Spy sentences targeted in Official Secrets Acts review

MI6 building in London Image copyright Getty Images

Spies and others who leak classified information could face tougher sentences under a proposed overhaul of the four Official Secrets Acts.

The Law Commission's proposals come after it was asked by the Cabinet Office to examine how effective the acts are in the 21st century.

Proposals include replacing three of the acts, from 1911, 1920 and 1939, with a single Espionage Act.

It is the first time in 100 years the acts have been fully reviewed.

The acts aim to protect government information from unauthorised disclosure of classified information, which is protected because it could harm national security or damage international relations.

The Official Secrets Act 1911 is still the main source of legal protection in the UK against espionage, more than a century after it was first drawn up.

The review found it should now be expanded to include offences committed by people other than British subjects.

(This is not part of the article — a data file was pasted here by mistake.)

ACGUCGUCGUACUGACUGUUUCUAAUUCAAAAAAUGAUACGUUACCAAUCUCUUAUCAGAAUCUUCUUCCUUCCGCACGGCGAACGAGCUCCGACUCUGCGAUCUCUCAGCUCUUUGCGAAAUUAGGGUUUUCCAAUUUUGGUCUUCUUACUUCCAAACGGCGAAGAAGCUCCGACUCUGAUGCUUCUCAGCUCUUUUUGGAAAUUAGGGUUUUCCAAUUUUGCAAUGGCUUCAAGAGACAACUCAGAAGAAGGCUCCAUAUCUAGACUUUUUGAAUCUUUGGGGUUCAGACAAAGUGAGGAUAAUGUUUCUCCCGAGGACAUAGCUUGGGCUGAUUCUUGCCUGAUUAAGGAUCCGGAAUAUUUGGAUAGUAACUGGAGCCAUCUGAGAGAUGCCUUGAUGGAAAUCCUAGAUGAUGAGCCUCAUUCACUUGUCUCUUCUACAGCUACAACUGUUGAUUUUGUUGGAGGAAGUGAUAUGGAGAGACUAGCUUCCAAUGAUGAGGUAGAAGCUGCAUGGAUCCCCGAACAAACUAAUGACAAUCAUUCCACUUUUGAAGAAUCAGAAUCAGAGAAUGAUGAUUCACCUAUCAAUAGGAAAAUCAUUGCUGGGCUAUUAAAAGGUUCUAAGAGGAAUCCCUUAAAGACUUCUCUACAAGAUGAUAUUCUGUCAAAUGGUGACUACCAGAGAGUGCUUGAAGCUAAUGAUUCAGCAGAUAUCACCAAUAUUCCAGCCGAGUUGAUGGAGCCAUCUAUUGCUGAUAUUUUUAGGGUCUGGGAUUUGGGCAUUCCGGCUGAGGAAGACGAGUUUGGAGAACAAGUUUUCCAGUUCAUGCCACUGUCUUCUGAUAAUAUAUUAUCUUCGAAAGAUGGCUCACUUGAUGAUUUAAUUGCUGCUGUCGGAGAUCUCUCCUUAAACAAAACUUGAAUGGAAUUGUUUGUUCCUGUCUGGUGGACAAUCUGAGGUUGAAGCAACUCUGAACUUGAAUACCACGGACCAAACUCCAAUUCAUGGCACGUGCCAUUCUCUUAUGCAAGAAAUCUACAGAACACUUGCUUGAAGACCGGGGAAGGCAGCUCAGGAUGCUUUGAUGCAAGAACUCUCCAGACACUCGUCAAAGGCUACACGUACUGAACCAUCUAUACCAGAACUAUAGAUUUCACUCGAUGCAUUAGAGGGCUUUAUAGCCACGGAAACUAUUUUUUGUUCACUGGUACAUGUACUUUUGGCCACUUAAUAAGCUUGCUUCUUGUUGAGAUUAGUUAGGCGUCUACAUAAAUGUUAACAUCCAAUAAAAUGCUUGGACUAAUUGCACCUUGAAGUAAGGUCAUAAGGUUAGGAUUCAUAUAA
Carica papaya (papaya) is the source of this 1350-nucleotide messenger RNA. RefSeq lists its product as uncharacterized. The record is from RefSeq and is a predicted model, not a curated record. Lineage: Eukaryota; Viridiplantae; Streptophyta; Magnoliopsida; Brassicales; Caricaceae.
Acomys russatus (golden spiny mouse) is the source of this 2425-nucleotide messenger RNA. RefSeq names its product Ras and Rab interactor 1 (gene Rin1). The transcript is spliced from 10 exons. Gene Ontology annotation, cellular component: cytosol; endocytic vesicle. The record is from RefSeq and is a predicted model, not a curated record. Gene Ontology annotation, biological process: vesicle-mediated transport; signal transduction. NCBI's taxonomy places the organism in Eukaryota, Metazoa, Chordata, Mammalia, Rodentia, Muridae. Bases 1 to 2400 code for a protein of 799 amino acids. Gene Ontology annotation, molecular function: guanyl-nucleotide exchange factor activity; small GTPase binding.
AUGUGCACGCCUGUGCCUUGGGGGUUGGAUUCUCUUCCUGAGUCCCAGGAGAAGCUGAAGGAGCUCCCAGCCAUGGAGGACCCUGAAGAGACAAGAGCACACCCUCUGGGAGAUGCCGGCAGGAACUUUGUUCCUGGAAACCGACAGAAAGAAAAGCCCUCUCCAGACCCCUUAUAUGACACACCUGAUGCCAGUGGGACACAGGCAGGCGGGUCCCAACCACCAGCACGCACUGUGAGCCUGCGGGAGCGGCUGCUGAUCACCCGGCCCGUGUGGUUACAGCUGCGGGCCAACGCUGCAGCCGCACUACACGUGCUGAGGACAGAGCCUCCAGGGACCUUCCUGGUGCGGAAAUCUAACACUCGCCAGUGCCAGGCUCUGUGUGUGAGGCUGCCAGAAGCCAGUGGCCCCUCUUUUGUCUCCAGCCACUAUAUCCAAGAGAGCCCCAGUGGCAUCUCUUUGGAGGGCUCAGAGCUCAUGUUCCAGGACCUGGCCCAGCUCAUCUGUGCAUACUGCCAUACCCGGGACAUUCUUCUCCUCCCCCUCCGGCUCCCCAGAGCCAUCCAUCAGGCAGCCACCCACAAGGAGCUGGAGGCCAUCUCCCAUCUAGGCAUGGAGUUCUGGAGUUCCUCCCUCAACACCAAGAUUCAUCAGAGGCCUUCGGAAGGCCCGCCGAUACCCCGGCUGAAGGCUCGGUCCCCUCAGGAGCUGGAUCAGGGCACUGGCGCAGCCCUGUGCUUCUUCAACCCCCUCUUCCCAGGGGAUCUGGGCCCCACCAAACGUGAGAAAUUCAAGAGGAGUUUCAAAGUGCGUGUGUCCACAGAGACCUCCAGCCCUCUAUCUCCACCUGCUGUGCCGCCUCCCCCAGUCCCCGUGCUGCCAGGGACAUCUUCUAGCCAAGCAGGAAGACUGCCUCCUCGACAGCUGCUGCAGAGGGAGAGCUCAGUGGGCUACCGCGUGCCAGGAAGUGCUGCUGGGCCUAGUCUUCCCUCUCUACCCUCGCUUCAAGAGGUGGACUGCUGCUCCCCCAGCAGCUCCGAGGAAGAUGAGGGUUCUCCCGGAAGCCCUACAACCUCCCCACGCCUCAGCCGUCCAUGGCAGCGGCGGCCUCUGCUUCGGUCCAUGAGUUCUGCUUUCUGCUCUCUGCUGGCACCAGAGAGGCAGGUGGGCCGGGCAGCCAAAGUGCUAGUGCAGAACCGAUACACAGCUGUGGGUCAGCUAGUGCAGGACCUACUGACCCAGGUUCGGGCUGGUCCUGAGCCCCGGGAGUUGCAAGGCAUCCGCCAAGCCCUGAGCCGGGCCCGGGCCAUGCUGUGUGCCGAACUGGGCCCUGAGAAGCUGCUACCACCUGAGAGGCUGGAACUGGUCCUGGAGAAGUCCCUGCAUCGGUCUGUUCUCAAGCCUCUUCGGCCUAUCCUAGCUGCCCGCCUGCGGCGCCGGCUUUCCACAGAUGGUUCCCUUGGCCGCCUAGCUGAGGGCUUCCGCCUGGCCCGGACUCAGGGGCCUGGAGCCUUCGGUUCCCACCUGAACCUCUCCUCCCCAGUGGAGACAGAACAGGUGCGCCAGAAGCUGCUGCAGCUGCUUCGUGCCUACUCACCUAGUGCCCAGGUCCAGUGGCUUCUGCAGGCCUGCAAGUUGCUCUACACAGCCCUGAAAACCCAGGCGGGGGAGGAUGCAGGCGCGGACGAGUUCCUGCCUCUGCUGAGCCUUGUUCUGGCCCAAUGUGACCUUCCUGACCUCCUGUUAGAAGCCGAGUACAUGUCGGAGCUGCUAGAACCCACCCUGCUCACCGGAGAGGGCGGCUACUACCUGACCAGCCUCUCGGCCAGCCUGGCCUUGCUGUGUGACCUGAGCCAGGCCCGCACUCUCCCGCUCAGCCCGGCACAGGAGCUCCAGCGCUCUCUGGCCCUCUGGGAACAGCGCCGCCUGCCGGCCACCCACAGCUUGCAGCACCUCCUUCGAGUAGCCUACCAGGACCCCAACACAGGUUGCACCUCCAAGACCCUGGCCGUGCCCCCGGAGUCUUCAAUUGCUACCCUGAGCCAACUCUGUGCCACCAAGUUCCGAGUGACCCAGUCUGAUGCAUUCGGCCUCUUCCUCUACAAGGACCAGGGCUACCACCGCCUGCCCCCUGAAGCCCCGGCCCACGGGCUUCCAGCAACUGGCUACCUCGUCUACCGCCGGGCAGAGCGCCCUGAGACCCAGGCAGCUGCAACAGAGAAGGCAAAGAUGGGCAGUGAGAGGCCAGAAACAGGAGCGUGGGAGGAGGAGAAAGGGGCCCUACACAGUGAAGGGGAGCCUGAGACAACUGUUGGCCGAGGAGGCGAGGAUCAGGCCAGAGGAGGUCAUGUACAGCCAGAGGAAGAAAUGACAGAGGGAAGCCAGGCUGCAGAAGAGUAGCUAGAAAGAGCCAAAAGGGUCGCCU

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Image caption Whistleblower Edward Snowden who worked with the National Surveillance Agency, fled the US after leaking classified information

The Law Commission - an independent body set up to reform the law - also proposed an increase in maximum sentences.

Currently, most offenders prosecuted under the Official Secrets Act 1989 receive a maximum of two years' imprisonment.

The consultation points out that it is the same penalty for information disclosed which damages national security as for a data breach by a National Lottery worker.

It also argues that in the "digital age", the "ability to cause damage to the national interest" and the risk of doing so has increased.

Proposals from the Law Commission include:

  • Clarifying the scope of espionage type offences and those related to making unauthorised disclosures
  • Increased maximum sentences to reflect the seriousness of some conduct
  • New measures to ensure sites such as embassies are protected if necessary
  • Making clear that leaking sensitive information is a criminal offence whether at home or abroad
  • Simplifying and modernising the language to remove terms like "code words" and "enemy"

Law Commissioner, Prof David Ormerod QC, said: ""We have made a number of provisional conclusions as to how the legislation could be improved that we believe will enhance the protection that is currently afforded to official information."

Speaking to the Daily Telegraph, Prof Ormerod said the review was a "once in a century opportunity".

The review is currently at consultation stage- with members of the public invited to respond until 3 April.

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